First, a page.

Currencies allow for the efficient buying and selling of goods and services between individuals and countries and have been around since the stone age. The use of paper currency began in the 1690's with paper notes being issued by the Massachusetts Bay Colony to pay for military excursions. United States Notes or “green backs” were introduced in 1862 and backed by the U.S. Treasury's promise to exchange the notes for gold coin. In 1913, the Federal Reserve was created to provide stability in our financial system as well as to combat inflation and provide for full employment.
The strength of a currency is primarily affected by the following three things:
- Interest Rates: High interest rates tend to strengthen a currency however it's the interest rate level relative to other currencies that ultimately has more of an influence on currency strength.
- Monetary Policy: Countries that consistently demonstrate anti-inflationary monetary policy and fiscal restraint tend to have stronger currencies.
- Political Stability: A strong and stable government with a track record of policies supporting economic growth can attract investors and build confidence in a currency.
A strong currency makes exports more expensive and can lead to a trade imbalances with countries that have weaker currencies. Conversely, a weaker currency makes exports cheaper and tends to stimulate trade.
The U.S. Dollar Index is an index that represents the value of the U.S. Dollar versus a basket of foreign currencies. The dollar index was created in 1973 and started with a baseline value of 100. The index has seen a high of 164 during the Latin Debt Crisis in 1985 and a low of 70 during the financial crisis in 2008. The index is an important tool for currency traders because it shows the relative strength of the dollar versus the currencies of our major trading partners.
Currency Pairs & Exchange Rates
A currency pair is a quote between two currencies. The first currency in a currency pair is referred to as the “base currency” and the second currency is called the “quote currency”.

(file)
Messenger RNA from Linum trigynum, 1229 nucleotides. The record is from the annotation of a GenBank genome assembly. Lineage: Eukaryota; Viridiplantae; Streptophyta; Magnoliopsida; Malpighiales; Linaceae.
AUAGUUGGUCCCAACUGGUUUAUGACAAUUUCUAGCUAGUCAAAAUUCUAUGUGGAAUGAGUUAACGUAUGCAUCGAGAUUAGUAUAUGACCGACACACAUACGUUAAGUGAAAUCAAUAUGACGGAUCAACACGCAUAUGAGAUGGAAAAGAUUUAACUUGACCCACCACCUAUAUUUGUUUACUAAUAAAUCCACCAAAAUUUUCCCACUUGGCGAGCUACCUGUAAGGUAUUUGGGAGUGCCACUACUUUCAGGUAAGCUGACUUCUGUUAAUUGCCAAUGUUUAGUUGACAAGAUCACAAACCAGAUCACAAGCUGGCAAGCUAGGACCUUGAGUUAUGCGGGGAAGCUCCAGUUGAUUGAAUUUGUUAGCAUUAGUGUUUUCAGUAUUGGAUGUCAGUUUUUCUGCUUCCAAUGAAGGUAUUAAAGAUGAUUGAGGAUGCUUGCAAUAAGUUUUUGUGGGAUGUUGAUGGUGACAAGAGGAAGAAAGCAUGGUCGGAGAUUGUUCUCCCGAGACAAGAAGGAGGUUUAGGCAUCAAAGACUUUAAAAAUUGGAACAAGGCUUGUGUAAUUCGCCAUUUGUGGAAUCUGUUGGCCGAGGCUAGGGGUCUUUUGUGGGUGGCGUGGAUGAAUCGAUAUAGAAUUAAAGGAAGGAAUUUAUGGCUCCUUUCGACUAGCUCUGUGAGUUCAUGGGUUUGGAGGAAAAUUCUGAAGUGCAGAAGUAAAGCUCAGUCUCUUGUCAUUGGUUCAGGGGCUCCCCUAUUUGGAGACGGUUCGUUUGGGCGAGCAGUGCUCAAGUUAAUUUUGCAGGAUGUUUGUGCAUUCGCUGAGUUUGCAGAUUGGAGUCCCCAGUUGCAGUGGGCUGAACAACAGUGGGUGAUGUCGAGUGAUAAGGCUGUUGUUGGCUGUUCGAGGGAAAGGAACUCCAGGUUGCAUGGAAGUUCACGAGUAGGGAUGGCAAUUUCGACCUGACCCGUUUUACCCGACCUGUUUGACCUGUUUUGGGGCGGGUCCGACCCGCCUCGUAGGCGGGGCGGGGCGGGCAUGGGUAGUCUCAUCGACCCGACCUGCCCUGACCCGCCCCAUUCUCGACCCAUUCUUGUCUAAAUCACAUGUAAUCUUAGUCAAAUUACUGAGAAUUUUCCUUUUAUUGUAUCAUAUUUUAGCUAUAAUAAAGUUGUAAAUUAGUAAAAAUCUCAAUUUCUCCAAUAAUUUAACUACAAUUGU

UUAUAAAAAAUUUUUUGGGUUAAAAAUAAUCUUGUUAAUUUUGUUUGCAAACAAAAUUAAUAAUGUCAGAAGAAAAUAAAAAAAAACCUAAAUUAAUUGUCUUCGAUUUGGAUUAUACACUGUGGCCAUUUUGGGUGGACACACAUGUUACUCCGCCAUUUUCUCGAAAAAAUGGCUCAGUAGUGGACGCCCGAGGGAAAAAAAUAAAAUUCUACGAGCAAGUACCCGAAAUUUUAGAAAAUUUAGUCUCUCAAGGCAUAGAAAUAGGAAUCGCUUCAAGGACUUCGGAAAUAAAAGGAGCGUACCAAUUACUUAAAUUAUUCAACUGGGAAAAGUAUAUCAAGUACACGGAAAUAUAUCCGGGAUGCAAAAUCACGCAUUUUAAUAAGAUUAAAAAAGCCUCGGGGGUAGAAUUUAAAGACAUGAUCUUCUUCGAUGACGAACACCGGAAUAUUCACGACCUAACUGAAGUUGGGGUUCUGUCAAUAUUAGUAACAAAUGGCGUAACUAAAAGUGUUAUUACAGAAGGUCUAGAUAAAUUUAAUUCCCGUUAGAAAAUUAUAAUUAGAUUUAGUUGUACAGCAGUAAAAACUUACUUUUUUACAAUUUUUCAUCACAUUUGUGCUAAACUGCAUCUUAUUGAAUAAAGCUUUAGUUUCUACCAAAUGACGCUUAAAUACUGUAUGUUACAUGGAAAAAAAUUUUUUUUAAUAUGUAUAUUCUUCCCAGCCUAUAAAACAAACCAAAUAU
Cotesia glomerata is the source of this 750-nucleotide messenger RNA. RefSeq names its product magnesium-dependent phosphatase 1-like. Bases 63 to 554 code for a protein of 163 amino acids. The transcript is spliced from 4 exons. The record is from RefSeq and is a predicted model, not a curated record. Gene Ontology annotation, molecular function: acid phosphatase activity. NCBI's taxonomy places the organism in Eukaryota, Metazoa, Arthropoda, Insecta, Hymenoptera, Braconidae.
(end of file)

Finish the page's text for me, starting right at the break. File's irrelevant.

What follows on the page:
An exchange rate is the value of one currency expressed in terms of another currency for the purpose of conversion. As with any rate, exchange rates vary depending upon the strength or weakness of the currencies in question. Exchange rates are another indicator of the relative strength or weakness of currency pairs. For instance, stronger currencies tend to show positive exchange rate correlation over time when paired with weaker currencies. These currency pair trends can also provide insight into trade balances between countries.
Currency Strength & Monetary Policy
As we have discussed, currency strength affects the prices of goods and services for export and therefor affects the trade balances with foreign countries. Currency strength also plays an important role in setting monetary policy.
An “easy” monetary policy or lower interest rates has the effect of lowering the exchange rate, more expensive export prices, and a negative impact on trade balance.
On the other hand, a “tight” monetary policy or higher interest rates has the effect of a higher exchange rate, cheaper export prices, and a positive impact on trade balance.
Currency Pairs and Forex Trading
Forex trading involves the simultaneous buying of one currency and the selling of another currency. In addition to spot trades, there are opportunities like currency options trading which can be a hedge during times of financial instability or a relatively low risk instrument for speculative trading when the outcome is predictable. In other words, a trader may buy a currency pair if he believes the exchange rate will rise, or sell a currency pair if he believes the base currency will decrease in relation to the quote currency.